The haematophagous insect bite chamber array is preferably kept under strict environmental controls such that there is limited variability in temperature, humidity, and ambient light.
A haematophagous insect bite chamber array that is loaded with female mosquitoes is then placed onto a previously prepared animal or human skin surface. Preferably, each female mosquito will be allowed access to a single, unique section of skin. Preparation of the skin may include shaving the hair from the skin of the test location and the restraint from exposure of the skin surface to soaps, creams, or other artificial substances for approximately 24-48 hours. The skin surface is preferably marked so that an experimenter can identify which female mosquito bites each section of skin.
Test subjects and animals preferably include both individual who react normally to mosquito bites as well as those who have a history of hypersensitivity to mosquito bites.
The haematophagous insect bite chamber array is preferably placed onto the skin for a short period of time to allow the mosquitoes to probe the skin in an effort to obtain a blood meal. The haematophagous insect bite chamber array is then lifted from the skin two to three times and then returned to the same spot on the skin. This preferably allows the mosquitoes to take additional probes and thereby inject more antigens from the same patch of skin. Those female mosquitoes that are not probing or engorging are identified and discarded. Each haematophagous insect bite chamber array challenge may last for approximately two sequential feeding periods of three minutes by a one minute break.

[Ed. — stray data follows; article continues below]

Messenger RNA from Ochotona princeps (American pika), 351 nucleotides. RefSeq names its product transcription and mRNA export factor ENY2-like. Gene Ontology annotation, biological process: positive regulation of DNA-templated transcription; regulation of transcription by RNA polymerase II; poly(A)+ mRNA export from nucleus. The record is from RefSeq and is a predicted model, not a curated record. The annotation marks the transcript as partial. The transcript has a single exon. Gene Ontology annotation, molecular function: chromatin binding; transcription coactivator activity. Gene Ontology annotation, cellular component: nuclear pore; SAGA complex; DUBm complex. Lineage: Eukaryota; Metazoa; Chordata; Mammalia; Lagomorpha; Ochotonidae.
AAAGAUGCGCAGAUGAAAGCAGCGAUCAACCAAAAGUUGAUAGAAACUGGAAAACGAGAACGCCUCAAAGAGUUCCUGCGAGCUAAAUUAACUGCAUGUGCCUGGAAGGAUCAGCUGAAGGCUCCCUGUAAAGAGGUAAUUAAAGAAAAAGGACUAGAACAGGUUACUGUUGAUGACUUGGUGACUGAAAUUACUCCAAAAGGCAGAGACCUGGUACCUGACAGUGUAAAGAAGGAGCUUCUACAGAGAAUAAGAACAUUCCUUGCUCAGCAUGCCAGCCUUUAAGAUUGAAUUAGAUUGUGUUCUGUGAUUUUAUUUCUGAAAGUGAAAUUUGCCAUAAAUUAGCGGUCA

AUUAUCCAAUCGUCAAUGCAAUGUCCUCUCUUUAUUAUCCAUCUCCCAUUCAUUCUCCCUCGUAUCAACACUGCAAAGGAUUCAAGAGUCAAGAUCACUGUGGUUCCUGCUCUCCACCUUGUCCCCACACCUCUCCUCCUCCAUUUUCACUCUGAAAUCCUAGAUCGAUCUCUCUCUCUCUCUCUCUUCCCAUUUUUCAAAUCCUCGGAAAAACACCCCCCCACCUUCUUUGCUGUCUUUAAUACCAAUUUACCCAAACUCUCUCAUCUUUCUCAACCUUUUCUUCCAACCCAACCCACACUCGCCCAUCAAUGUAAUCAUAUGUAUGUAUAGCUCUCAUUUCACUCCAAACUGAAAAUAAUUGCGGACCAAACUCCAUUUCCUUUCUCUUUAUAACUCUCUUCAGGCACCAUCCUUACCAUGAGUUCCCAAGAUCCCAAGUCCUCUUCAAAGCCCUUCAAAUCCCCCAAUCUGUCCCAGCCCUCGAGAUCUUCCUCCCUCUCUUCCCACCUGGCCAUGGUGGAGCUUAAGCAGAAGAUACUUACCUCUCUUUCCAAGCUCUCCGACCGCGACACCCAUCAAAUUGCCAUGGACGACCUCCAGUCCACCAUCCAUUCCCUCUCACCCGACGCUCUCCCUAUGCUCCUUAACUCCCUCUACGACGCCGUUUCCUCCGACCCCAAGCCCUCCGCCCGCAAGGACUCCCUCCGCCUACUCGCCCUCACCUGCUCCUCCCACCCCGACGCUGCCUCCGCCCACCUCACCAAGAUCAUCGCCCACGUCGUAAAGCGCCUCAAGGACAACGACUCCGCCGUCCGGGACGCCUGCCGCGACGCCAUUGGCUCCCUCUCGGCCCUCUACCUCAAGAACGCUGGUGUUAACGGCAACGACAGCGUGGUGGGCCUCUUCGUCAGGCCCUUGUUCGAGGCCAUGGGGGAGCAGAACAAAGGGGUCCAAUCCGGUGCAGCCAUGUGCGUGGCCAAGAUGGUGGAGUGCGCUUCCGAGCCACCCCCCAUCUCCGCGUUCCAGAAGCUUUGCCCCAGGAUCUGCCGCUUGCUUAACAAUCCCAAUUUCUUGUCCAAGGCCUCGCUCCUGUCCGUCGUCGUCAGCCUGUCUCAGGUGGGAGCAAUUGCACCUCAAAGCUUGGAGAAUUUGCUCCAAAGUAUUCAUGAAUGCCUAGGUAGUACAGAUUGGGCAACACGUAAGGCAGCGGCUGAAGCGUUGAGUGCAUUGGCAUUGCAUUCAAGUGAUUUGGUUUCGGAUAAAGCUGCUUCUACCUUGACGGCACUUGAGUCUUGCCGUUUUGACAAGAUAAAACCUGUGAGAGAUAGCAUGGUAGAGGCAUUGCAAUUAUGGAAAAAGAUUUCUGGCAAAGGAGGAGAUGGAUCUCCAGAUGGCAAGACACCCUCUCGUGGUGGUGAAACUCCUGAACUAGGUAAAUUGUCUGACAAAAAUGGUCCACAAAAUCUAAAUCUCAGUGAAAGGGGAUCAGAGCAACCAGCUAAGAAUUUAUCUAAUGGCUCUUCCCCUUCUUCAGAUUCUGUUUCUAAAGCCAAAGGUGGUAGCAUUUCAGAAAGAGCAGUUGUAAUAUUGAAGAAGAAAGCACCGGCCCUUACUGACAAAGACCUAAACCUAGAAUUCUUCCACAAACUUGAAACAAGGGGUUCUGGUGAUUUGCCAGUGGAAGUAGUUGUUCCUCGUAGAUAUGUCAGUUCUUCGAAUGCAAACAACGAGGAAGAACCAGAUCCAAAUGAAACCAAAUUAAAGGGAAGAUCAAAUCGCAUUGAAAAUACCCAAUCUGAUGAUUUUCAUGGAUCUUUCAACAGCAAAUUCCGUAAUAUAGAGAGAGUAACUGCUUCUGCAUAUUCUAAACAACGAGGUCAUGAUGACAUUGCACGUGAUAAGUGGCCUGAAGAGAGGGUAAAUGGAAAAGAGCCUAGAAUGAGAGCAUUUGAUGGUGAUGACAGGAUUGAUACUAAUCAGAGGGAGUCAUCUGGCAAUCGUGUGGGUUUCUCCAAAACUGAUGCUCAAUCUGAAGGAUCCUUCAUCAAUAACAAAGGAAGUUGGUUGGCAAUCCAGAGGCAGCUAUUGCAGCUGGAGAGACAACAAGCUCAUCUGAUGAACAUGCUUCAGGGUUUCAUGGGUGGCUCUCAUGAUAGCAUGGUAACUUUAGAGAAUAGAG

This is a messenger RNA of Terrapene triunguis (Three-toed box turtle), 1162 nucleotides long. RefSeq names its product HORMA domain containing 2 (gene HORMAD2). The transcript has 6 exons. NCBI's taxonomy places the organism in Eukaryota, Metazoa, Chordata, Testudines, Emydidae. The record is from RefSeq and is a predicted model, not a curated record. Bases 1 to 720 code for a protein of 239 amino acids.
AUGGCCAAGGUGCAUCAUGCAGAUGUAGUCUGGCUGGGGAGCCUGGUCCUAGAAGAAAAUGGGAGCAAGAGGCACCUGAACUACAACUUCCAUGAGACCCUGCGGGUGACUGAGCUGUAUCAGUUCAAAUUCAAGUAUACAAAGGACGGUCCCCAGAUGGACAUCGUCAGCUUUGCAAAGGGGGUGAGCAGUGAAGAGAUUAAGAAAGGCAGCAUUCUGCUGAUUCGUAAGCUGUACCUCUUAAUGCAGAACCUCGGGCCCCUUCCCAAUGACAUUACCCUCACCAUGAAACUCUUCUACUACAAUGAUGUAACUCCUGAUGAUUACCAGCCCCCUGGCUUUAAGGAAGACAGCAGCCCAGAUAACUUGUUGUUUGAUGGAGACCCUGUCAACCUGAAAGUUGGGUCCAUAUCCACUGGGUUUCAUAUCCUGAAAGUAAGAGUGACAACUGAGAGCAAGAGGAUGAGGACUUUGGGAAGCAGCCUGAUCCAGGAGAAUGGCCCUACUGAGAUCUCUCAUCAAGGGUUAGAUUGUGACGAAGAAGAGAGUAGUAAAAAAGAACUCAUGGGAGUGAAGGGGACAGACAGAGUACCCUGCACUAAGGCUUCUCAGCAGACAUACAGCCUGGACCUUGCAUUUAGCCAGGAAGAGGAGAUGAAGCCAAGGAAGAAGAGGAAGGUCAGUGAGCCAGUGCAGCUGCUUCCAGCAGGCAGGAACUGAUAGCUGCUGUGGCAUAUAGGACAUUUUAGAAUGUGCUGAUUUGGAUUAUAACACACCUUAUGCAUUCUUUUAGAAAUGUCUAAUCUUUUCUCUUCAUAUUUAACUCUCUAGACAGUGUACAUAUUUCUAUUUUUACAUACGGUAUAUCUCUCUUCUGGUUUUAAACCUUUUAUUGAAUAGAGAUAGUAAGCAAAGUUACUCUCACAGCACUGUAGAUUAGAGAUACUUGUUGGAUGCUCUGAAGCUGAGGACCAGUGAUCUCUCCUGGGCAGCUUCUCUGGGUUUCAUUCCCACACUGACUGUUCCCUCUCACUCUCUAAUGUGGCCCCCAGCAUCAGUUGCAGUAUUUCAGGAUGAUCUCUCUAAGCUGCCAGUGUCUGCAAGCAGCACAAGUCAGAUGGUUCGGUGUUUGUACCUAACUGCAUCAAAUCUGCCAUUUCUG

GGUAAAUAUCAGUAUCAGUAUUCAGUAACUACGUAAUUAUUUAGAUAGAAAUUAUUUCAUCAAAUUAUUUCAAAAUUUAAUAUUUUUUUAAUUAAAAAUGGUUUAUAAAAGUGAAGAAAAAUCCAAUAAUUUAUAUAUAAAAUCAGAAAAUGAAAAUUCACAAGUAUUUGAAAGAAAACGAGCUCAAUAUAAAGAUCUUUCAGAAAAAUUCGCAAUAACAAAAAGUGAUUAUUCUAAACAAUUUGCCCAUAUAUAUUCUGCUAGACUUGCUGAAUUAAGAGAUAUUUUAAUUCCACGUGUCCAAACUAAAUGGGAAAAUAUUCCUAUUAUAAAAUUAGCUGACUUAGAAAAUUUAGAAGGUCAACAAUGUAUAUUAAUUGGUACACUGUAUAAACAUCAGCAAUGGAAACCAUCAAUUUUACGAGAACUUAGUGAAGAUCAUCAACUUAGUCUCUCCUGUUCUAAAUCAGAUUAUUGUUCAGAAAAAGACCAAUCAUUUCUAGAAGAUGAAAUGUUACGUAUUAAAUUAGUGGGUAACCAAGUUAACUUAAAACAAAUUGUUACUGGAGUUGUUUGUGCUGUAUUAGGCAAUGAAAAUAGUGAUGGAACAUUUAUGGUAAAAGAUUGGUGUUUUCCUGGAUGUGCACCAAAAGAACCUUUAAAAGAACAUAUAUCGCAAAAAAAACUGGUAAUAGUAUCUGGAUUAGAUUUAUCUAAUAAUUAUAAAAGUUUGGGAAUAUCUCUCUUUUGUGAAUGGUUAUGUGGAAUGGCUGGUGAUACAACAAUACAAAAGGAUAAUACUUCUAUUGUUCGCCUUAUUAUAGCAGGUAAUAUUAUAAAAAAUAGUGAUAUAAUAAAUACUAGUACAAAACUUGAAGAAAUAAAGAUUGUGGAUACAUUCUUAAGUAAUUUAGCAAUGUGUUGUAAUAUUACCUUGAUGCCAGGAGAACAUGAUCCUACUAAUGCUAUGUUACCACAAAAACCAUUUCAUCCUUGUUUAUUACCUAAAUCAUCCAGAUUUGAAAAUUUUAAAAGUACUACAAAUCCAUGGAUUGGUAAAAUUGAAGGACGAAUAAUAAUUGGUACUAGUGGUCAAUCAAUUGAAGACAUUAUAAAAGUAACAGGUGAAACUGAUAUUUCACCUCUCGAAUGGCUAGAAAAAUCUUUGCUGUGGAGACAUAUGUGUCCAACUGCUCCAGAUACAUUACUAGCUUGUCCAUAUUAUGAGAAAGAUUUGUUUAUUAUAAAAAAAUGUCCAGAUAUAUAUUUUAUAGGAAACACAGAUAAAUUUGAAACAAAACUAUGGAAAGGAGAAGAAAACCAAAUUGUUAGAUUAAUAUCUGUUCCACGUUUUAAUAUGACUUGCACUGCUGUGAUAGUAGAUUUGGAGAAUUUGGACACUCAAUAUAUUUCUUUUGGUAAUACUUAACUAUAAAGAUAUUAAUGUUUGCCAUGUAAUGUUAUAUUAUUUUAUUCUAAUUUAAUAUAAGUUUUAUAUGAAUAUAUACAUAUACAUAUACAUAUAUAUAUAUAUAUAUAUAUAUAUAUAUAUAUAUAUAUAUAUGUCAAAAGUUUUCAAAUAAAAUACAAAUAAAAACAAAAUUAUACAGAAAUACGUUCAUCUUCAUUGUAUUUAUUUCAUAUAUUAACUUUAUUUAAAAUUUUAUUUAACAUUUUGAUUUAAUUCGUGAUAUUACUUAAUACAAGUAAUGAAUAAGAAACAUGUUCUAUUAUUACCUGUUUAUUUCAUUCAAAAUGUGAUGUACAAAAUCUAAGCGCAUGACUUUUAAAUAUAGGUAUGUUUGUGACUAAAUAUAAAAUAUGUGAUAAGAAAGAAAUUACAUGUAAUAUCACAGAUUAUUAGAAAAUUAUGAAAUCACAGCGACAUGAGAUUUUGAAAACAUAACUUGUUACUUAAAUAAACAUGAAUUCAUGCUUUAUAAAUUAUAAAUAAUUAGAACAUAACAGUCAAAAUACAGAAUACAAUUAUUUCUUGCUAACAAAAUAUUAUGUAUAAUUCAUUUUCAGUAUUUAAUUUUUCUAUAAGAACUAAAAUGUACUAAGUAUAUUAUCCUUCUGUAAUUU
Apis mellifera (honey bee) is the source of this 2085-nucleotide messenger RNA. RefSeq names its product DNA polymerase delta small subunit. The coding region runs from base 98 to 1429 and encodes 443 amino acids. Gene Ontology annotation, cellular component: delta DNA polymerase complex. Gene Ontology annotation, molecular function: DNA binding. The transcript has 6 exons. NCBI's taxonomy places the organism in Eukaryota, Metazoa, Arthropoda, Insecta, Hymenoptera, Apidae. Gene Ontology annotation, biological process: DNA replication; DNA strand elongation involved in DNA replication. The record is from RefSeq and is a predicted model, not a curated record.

After the haematophagous insect bite chamber array challenge is completed, the skin reaction of the test human or animal is assessed at fifteen minutes, thirty minutes, one hour, two hours, twenty-four hours, and four days. Such timer periods allow for the assessment of hypersensitivity, Arthus, and delayed type hypersensitivity reactions. The assessment will include careful objective measurement of errythema, induration, and size of lesion for each mosquito at the time in question. Subjective measurements are also preferably made for pruritus at the bite sites.